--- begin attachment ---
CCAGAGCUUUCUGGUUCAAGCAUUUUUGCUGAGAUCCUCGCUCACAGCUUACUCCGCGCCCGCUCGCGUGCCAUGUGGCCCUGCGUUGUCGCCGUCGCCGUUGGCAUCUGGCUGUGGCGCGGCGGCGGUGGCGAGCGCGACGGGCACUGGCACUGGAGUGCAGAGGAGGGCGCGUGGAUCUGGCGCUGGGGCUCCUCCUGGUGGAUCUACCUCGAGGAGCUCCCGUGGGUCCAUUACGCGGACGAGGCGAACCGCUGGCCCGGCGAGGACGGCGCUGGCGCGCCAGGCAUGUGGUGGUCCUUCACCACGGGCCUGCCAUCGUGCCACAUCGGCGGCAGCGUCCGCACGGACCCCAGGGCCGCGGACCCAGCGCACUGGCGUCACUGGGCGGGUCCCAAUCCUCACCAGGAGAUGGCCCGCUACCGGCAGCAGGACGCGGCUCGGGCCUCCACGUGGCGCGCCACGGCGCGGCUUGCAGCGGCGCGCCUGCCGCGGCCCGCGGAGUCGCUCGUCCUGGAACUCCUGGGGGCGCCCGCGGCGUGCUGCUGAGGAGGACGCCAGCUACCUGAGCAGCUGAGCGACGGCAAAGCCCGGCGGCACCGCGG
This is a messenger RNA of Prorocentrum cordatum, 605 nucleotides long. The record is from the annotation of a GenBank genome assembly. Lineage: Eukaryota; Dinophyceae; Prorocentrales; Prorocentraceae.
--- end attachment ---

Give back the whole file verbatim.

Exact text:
CCAGAGCUUUCUGGUUCAAGCAUUUUUGCUGAGAUCCUCGCUCACAGCUUACUCCGCGCCCGCUCGCGUGCCAUGUGGCCCUGCGUUGUCGCCGUCGCCGUUGGCAUCUGGCUGUGGCGCGGCGGCGGUGGCGAGCGCGACGGGCACUGGCACUGGAGUGCAGAGGAGGGCGCGUGGAUCUGGCGCUGGGGCUCCUCCUGGUGGAUCUACCUCGAGGAGCUCCCGUGGGUCCAUUACGCGGACGAGGCGAACCGCUGGCCCGGCGAGGACGGCGCUGGCGCGCCAGGCAUGUGGUGGUCCUUCACCACGGGCCUGCCAUCGUGCCACAUCGGCGGCAGCGUCCGCACGGACCCCAGGGCCGCGGACCCAGCGCACUGGCGUCACUGGGCGGGUCCCAAUCCUCACCAGGAGAUGGCCCGCUACCGGCAGCAGGACGCGGCUCGGGCCUCCACGUGGCGCGCCACGGCGCGGCUUGCAGCGGCGCGCCUGCCGCGGCCCGCGGAGUCGCUCGUCCUGGAACUCCUGGGGGCGCCCGCGGCGUGCUGCUGAGGAGGACGCCAGCUACCUGAGCAGCUGAGCGACGGCAAAGCCCGGCGGCACCGCGG
This is a messenger RNA of Prorocentrum cordatum, 605 nucleotides long. The record is from the annotation of a GenBank genome assembly. Lineage: Eukaryota; Dinophyceae; Prorocentrales; Prorocentraceae.